Muscle fatigue during workouts
- 06-25-2009, 05:23 PM
Muscle fatigue during workouts
OK, I have been focusing on cutting weight, and trimming down. I have basically cut my calorie intake by 1/3-1/2 and have lost between 15 and 20 lbs in about 10 weeks or so. For the last 2 weeks, during my workout, i have been having some stamina issues. Not overall energy, I am pretty good there, but muscle fatigue is becoming an issue. I am sure it is directly a result of reduced calorie intake. I have been taking creatine e.e.hcl. and it seems to help a bit. Any suggestions?
- 06-26-2009, 11:43 AM
How many calories are you eating? If you have been dieting for 10 weeks, then your energy will go down.
- 06-28-2009, 01:28 PM
Typically about 1500 -1800 cals daily. I usually just estimate, but I added everything up from Saturday, which was 2180. This included some guilty pleasures (approx 500 cals) , which are typically not included during the week. I understand I will experience depleated energy, which really hasn't been that bad. My issue has been muscle fatigue during workouts. Forearms, tri's, shoulders. More than usual. I am doing high repetitions, to burn calories, ex: squat 3 sets/ 25 rep, stiff leg or reg dead 3s/20 rep. all other excersizes are 3 sets 12-15 reps. Total 6 compound excercises MWF , plus 2 days of running or non resistance training. Just looking for a few ideas.
06-28-2009, 02:29 PM
A few suggestions
Muscle fatigue won't be the issue, but more an energy issue, as your glycogen stores will be becoming severely depleted.
Also, don't just ESTIMATE your calorie intake, as chances are you are actually OVERestimating how much you are eating and not eating ENOUGH.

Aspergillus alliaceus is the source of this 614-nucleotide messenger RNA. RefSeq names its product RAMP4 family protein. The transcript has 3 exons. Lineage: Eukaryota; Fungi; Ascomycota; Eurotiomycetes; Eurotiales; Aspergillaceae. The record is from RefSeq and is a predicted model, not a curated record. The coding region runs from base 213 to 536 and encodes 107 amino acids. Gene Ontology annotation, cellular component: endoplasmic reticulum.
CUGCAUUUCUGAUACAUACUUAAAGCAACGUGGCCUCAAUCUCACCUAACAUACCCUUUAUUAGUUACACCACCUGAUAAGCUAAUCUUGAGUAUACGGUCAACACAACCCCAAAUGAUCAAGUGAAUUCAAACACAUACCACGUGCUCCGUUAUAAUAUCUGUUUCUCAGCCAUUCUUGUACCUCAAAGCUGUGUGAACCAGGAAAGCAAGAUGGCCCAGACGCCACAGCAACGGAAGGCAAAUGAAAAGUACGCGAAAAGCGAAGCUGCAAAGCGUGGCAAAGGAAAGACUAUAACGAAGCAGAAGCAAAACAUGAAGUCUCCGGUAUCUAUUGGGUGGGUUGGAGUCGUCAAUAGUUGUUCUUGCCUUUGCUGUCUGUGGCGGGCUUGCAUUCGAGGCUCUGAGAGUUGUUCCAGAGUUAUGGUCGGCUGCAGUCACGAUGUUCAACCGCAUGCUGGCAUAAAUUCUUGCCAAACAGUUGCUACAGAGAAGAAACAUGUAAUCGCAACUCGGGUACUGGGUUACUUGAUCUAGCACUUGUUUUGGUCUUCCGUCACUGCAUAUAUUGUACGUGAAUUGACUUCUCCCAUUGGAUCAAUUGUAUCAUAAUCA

You do NOT need to do HIGH repetitions to lose fat. In fact, lifting as heavy as you can for 6-10 reps would be better. That way you are able to more effectively maintain your current muscle mass and strength. All high reps is going to do is build up your muscular endurance and fatigue you a lot more (and if you have been doing high reps for EVERY session for 10 weeks then that is another reason why you could be experiencing fatigue).
I suggest that you make a few changes to your diet AND resistance training programme.
Diet: Start eating more. Perhaps try calorie cycling (i.e. 2-3 days either at or slightly lower than maintenance, then 1-2 days above maintenance); that way your body will get the energy it needs and actually get better results, because you're not 'starving' yourself.
Weights: Use more compound exercises. Start doing higher weight, lower reps, ~60 sec recovery between sets. If you train Monday, Wednesday and Friday do one compound each day (i.e. squats, deadlift, bench press) to start the session for 4-6 x 6-8, and then select 2-3 supplementary exercises and complete them for 2-3 x 8-10 after your compound exercise. After 4-6 weeks you need to make slight changes to your training in order to keep getting results.
06-28-2009, 03:14 PM
do 3 low rep sets(3-5) followed by 2-3 high rep sets ( 20-30+)
[muscle] fiber damage + [muscle] fiber saturation.
i've been using this for a little while and i get ALOT more out of my workouts than when i was doing 4 different workouts of 4 sets each.
also, i didn't believe it before, but drinking 2 gallons of water a day helps tremendously with fatigue issues.
edit: forgot to mention though, with this system you will only be focusing on 1 muscle group each workout day.
edit 2 : also try having a higher carb day once a week to refill glycogen stores.
06-28-2009, 03:26 PM
06-28-2009, 05:55 PM
Thanks for the replies. I did some calorie calculating and i have been slightly under estimating. I am averaging approximately 1800-2000 cals. typical breakdown is 40% protein, 45% carb, 15% fats. My training days include protein supp before and after workout.
I will be making some alterations and we will see what happens.
07-20-2009, 11:31 AM